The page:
This piece was written during the 2023 WGA and SAG-AFTRA strikes. Without the labor of the writers and actors currently on strike, the film being covered here wouldn’t exist.
On the way home from a family screening of Barbenheimer, my parents and I made our cases for which of the two brilliant movies we’d just watched was the better one. Everyone present had hugely enjoyed both Barbie and Oppenheimer, but we were split down the middle about which movie we’d preferred. My mother strongly made her argument by pointing out that you could fairly identify some movies that are sort of similar to Oppenheimer, but nobody can name a movie similar to Barbie.
This was a fair point. Barbie has moments that recall His Girl Friday, The Wizard of Oz, and Singin’ in the Rain. It certainly draws from the big budget Technicolor Hollywood musical and the screwball comedy, and in its own way revives both of those genres. But Barbie is hard to even classify by a basic genre like “fantasy” or “comedy.”
And this clearly has to do with who’s writing the movie. Greta Gerwig and Noah Baumbach are simply incapable of writing the same movie twice. Gerwig’s three solo directorial features to date are a high school movie set in the Aughties, a Civil War-era adaptation of Louisa May Alcott, and Barbie. My mother pointed out that Gerwig has made three completely different movies much the same way Christopher Nolan has made the same movie 12 times.
A lot of what makes Barbie so striking is its meticulously curated unreality. Barbieland is a classic Hollywood movie set that would make The Wizard of Oz blush, with its striking pink that caused an international shortage and a vibrant palette that makes Arriflex look like vintage Technicolor. Nobody is Barbieland is a real person — props are their reality. This is a Barbie movie that treats Barbie with weird literalism.
There are early indicators that Barbie is offbeat. The PG-13 rating is striking for a Barbie movie. So is the opening homage to 2001: A Space Odyssey, where narrator Helen Mirren introduces the mythology of Barbie, with Margot Robbie standing in for Kubrick’s monolith. The whole aesthetic is in the uncanny valley in a way blockbusters, with their current half-hearted commitment to pseudo-reality, just aren’t anymore. All of these things are quirks rather than bizarre moments of transformation. It’s when Barbie starts saying lines like “do you guys ever think about dying?” that Barbie goes off the rails in a delightful way.
During my second viewing of Barbie, my partner Janet, who is a philosophy major and has read her share of Heidegger and Kierkegaard, said Barbie’s irrepressible thoughts of death marked the moment she realized that Barbie was in fact a weird movie. When we left the theater, Janet pointed out that Gerwig had actually kind of nailed existentialism. And again, given that this movie is about Barbie dolls, this is extraordinarily weird.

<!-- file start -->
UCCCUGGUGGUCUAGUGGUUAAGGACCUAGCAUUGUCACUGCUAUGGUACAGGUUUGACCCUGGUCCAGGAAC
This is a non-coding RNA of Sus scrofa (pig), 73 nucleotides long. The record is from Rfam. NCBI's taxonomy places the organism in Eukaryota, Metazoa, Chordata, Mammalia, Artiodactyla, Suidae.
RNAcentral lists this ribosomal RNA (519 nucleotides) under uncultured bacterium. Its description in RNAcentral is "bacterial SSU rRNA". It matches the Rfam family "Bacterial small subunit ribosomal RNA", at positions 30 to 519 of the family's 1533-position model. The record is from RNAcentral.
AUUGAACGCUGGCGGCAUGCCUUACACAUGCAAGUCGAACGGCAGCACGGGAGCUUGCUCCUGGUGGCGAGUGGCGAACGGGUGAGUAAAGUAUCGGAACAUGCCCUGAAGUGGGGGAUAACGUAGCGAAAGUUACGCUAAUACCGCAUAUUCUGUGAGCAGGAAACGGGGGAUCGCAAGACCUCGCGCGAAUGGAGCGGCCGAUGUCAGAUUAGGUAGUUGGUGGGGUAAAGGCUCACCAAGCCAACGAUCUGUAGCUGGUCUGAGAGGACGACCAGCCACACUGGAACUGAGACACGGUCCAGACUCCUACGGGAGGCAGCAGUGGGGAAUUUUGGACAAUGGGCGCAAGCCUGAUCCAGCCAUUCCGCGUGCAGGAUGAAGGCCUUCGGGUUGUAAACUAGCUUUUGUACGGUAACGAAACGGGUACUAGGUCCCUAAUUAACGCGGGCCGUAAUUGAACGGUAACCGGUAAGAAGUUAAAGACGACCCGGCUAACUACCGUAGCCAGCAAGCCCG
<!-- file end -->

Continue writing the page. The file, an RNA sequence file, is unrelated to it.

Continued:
Remarkably, Barbie nails the horrors of its premise without being cynical about them. Being Barbie is fun — it’s just inherently ephemeral, like any pleasure. The movie recognizes something inherently patriarchal about Barbie, namely how it envisions femininity as a basically conservative institution. This is damaging for Ken too, in that Ken exists as a superfluous extension of Barbie, as the woman must have a man. This is simply not a lens on masculinity you’d expect from this movie. Sure, “patriarchy isolates and harms men too” is hardly a breakthrough observation to anybody who’s been slightly observant about the world, but this is a weirdly insightful channel for that idea.
All three of Gerwig’s movies share a throughline of young women struggling with femininity and eventually graduating to adulthood. Barbie is particularly suited to this treatment as an IP with long-lasting, intergenerational appeal to young girls. The resulting movie is somehow in dialogue with history and contemporary politics.
The highlight of the movie really is Margot Robbie and Ryan Gosling, who trade in contemporary acting trends of psychological realism for a pre-Brando, Old Hollywood style of unreal melodrama, not unlike performances out of a Howard Hawks movie. In short, they’re playing with dolls.
Barbie has its shortcomings. The second act sags a bit, descending into standard kid’s movies shenanigans with Scooby Doo-style chases featuring Will Ferrell. And its feminism is hardly innovative. But when everything else is so drastically different from the glut of beige garbage that’s dominated Hollywood for years now, a few minor problems are hardly enough to sink Barbie. This is about as good as Hollywood gets. And Matchbox 20 has never been better.